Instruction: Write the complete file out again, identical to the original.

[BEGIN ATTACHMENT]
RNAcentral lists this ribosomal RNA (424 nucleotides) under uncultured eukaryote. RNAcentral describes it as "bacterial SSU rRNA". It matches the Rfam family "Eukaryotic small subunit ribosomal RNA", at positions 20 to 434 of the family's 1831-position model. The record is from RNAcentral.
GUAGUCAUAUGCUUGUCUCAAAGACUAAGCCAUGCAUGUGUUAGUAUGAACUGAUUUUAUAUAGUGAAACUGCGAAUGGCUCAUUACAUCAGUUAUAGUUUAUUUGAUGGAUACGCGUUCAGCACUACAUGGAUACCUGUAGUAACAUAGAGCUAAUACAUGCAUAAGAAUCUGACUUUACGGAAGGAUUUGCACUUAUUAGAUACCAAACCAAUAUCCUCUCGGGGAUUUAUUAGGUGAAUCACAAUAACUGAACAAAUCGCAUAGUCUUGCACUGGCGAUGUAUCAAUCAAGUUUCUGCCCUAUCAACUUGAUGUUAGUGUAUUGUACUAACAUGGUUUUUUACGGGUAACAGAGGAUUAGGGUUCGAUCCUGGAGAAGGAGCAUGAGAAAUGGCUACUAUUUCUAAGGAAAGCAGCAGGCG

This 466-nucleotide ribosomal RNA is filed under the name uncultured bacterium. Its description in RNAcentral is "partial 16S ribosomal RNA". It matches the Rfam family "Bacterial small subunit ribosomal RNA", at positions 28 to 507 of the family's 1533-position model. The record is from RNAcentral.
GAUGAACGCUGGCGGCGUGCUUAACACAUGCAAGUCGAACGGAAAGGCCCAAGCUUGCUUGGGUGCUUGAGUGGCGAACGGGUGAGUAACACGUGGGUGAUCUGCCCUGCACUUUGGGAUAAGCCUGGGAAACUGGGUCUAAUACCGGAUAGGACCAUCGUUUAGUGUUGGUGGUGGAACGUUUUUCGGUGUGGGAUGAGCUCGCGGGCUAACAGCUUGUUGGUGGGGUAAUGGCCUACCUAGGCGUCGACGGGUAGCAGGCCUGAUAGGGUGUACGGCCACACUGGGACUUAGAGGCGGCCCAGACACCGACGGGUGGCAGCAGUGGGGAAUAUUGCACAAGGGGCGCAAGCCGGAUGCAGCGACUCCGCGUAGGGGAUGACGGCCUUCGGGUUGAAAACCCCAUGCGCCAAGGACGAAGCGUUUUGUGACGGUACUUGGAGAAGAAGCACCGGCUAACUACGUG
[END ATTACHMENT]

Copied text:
RNAcentral lists this ribosomal RNA (424 nucleotides) under uncultured eukaryote. RNAcentral describes it as "bacterial SSU rRNA". It matches the Rfam family "Eukaryotic small subunit ribosomal RNA", at positions 20 to 434 of the family's 1831-position model. The record is from RNAcentral.
GUAGUCAUAUGCUUGUCUCAAAGACUAAGCCAUGCAUGUGUUAGUAUGAACUGAUUUUAUAUAGUGAAACUGCGAAUGGCUCAUUACAUCAGUUAUAGUUUAUUUGAUGGAUACGCGUUCAGCACUACAUGGAUACCUGUAGUAACAUAGAGCUAAUACAUGCAUAAGAAUCUGACUUUACGGAAGGAUUUGCACUUAUUAGAUACCAAACCAAUAUCCUCUCGGGGAUUUAUUAGGUGAAUCACAAUAACUGAACAAAUCGCAUAGUCUUGCACUGGCGAUGUAUCAAUCAAGUUUCUGCCCUAUCAACUUGAUGUUAGUGUAUUGUACUAACAUGGUUUUUUACGGGUAACAGAGGAUUAGGGUUCGAUCCUGGAGAAGGAGCAUGAGAAAUGGCUACUAUUUCUAAGGAAAGCAGCAGGCG

This 466-nucleotide ribosomal RNA is filed under the name uncultured bacterium. Its description in RNAcentral is "partial 16S ribosomal RNA". It matches the Rfam family "Bacterial small subunit ribosomal RNA", at positions 28 to 507 of the family's 1533-position model. The record is from RNAcentral.
GAUGAACGCUGGCGGCGUGCUUAACACAUGCAAGUCGAACGGAAAGGCCCAAGCUUGCUUGGGUGCUUGAGUGGCGAACGGGUGAGUAACACGUGGGUGAUCUGCCCUGCACUUUGGGAUAAGCCUGGGAAACUGGGUCUAAUACCGGAUAGGACCAUCGUUUAGUGUUGGUGGUGGAACGUUUUUCGGUGUGGGAUGAGCUCGCGGGCUAACAGCUUGUUGGUGGGGUAAUGGCCUACCUAGGCGUCGACGGGUAGCAGGCCUGAUAGGGUGUACGGCCACACUGGGACUUAGAGGCGGCCCAGACACCGACGGGUGGCAGCAGUGGGGAAUAUUGCACAAGGGGCGCAAGCCGGAUGCAGCGACUCCGCGUAGGGGAUGACGGCCUUCGGGUUGAAAACCCCAUGCGCCAAGGACGAAGCGUUUUGUGACGGUACUUGGAGAAGAAGCACCGGCUAACUACGUG